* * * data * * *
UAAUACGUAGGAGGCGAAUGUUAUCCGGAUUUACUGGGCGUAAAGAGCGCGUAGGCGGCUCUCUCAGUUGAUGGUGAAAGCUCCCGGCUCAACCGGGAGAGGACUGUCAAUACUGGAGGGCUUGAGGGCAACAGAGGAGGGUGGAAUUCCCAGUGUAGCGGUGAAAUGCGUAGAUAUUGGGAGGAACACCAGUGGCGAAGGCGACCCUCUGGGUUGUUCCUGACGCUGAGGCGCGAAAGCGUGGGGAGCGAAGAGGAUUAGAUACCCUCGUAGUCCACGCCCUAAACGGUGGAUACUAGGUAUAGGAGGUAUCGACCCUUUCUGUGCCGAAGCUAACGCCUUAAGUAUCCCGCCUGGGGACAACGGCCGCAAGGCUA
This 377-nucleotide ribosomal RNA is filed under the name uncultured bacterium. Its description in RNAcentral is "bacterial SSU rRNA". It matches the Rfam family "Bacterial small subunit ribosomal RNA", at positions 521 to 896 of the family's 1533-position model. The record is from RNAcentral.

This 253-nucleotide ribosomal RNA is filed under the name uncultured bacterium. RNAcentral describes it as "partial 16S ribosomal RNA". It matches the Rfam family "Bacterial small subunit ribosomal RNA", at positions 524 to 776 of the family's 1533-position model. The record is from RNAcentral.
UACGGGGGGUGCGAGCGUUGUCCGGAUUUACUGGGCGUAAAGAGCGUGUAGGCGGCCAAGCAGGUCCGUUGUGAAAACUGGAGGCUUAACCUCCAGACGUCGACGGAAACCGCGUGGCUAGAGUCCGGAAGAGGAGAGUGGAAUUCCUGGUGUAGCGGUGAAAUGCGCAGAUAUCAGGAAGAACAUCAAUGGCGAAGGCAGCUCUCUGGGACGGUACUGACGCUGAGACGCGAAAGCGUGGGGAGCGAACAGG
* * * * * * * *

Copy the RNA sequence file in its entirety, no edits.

UAAUACGUAGGAGGCGAAUGUUAUCCGGAUUUACUGGGCGUAAAGAGCGCGUAGGCGGCUCUCUCAGUUGAUGGUGAAAGCUCCCGGCUCAACCGGGAGAGGACUGUCAAUACUGGAGGGCUUGAGGGCAACAGAGGAGGGUGGAAUUCCCAGUGUAGCGGUGAAAUGCGUAGAUAUUGGGAGGAACACCAGUGGCGAAGGCGACCCUCUGGGUUGUUCCUGACGCUGAGGCGCGAAAGCGUGGGGAGCGAAGAGGAUUAGAUACCCUCGUAGUCCACGCCCUAAACGGUGGAUACUAGGUAUAGGAGGUAUCGACCCUUUCUGUGCCGAAGCUAACGCCUUAAGUAUCCCGCCUGGGGACAACGGCCGCAAGGCUA
This 377-nucleotide ribosomal RNA is filed under the name uncultured bacterium. Its description in RNAcentral is "bacterial SSU rRNA". It matches the Rfam family "Bacterial small subunit ribosomal RNA", at positions 521 to 896 of the family's 1533-position model. The record is from RNAcentral.

This 253-nucleotide ribosomal RNA is filed under the name uncultured bacterium. RNAcentral describes it as "partial 16S ribosomal RNA". It matches the Rfam family "Bacterial small subunit ribosomal RNA", at positions 524 to 776 of the family's 1533-position model. The record is from RNAcentral.
UACGGGGGGUGCGAGCGUUGUCCGGAUUUACUGGGCGUAAAGAGCGUGUAGGCGGCCAAGCAGGUCCGUUGUGAAAACUGGAGGCUUAACCUCCAGACGUCGACGGAAACCGCGUGGCUAGAGUCCGGAAGAGGAGAGUGGAAUUCCUGGUGUAGCGGUGAAAUGCGCAGAUAUCAGGAAGAACAUCAAUGGCGAAGGCAGCUCUCUGGGACGGUACUGACGCUGAGACGCGAAAGCGUGGGGAGCGAACAGG